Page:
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Metal: Dark Mofo 2018

It’s also most certainly not a metal festival (or even a music festival), however the aesthetic goes hand in hand. Here’s a rundown of the two major metal events I attended as part of the 2018 instalment.

With little idea of what I was actually about to experience, in 2017 I attended my first DarkMofo festival. An annual celebration of the winter solstice, the event takes place in Hobart, Tasmania across two weeks. Embracing the darker sides of art, creation, performance, thought and indulgence, I left the event a changed person. I had been pulled through an alternate dimension, with my perspective on most things challenged and shifted for the better. Never before had I experienced a vibe encompassing so many angles of an entire city, and I soon knew that Goth Spring Break would become an annual occurrence for me. I can’t explain it well enough with words, and it’s something I firmly believe must be experienced to be understood. It’s also most certainly not a metal festival (or even a music festival), however the aesthetic goes hand in hand, and it does include it as part of its many facets. Here’s a rundown of the two major metal events I attended as part of the 2018 instalment.

First up was Hymns To The Dead, the Wednesday evening extreme metal showcase that kicked off the second (and always more metal) week of the festival. The night marked the return of hooded Australian oddities Spire andPortal – both delivering hypnotic, unsettling, and masterful performances. Poland’s Batushka kept the anonymous costume theme in line, filling the stage with seven live members in order to faithfully portray their Gregorian chants and keep their candles lit as part one of the most elaborate and engrossing stage setups I’ve ever witnessed. Canadian group Numenorean stood out somewhat – clearly younger and less masterful than the rest of the lineup, with a post-metal sound perhaps jolting an otherwise entirely cohesive lineup. The headliners of the evening, Canadian black/death pioneers Blasphemy, attacked the stage with a grotesque-yet-camp candor that left me feeling unsure if I was watching Bebop and Rocksteady riff out in comedic fashion, or one of the most legendary acts of the underground genuinely lay waste.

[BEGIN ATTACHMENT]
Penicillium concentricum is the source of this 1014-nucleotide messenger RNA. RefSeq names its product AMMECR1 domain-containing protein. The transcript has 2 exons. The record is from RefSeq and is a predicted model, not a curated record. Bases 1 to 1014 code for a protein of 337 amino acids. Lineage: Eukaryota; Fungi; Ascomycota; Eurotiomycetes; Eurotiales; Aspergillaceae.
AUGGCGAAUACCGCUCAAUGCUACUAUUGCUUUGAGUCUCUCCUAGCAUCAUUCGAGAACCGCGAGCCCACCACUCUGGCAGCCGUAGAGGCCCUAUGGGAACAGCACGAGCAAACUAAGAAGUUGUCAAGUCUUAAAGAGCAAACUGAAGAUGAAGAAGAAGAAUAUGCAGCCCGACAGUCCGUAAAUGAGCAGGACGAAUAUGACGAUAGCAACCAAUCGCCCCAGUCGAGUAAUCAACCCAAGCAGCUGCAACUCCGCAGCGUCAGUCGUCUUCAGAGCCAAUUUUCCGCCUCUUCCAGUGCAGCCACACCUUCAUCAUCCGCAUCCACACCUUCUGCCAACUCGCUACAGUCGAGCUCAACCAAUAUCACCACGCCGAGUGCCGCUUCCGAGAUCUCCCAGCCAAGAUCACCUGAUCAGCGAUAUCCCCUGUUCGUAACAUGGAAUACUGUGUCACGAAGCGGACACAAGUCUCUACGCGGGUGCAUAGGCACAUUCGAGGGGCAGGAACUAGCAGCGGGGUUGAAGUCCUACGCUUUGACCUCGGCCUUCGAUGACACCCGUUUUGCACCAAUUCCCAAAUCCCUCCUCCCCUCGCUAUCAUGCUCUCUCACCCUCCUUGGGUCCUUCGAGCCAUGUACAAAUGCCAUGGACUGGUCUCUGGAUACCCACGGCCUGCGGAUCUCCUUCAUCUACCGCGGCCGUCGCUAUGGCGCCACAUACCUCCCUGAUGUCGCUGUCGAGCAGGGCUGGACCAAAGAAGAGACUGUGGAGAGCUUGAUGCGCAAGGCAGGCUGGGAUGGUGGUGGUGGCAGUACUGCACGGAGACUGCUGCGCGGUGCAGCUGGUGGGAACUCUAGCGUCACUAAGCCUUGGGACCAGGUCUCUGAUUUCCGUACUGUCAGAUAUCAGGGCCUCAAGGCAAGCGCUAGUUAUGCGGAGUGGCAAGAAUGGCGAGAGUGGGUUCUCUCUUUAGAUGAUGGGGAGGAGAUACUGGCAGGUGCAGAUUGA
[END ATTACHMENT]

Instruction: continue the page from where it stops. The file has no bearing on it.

Thursday evening saw me return to The Odeon for another night of metal from a much different walk – the first of two exclusive performances from UK stoner greats Electric Wizard. There is something strong to be said for single band bills – the doors open, you walk in, socialise for an hour, find your place, and then you’re in the zone. To be entirely blunt, I entered the show more curious than hugely excited – I’m just not a huge stoner/doom fan – yet before I even knew what was happening, I was hypnotised and engrossed. Occult images of retro and psychedelic exploitation filled the projection screen behind the band, as the riffs and cymbal wash swirled into a total mind-fuck that left me purged and enthralled.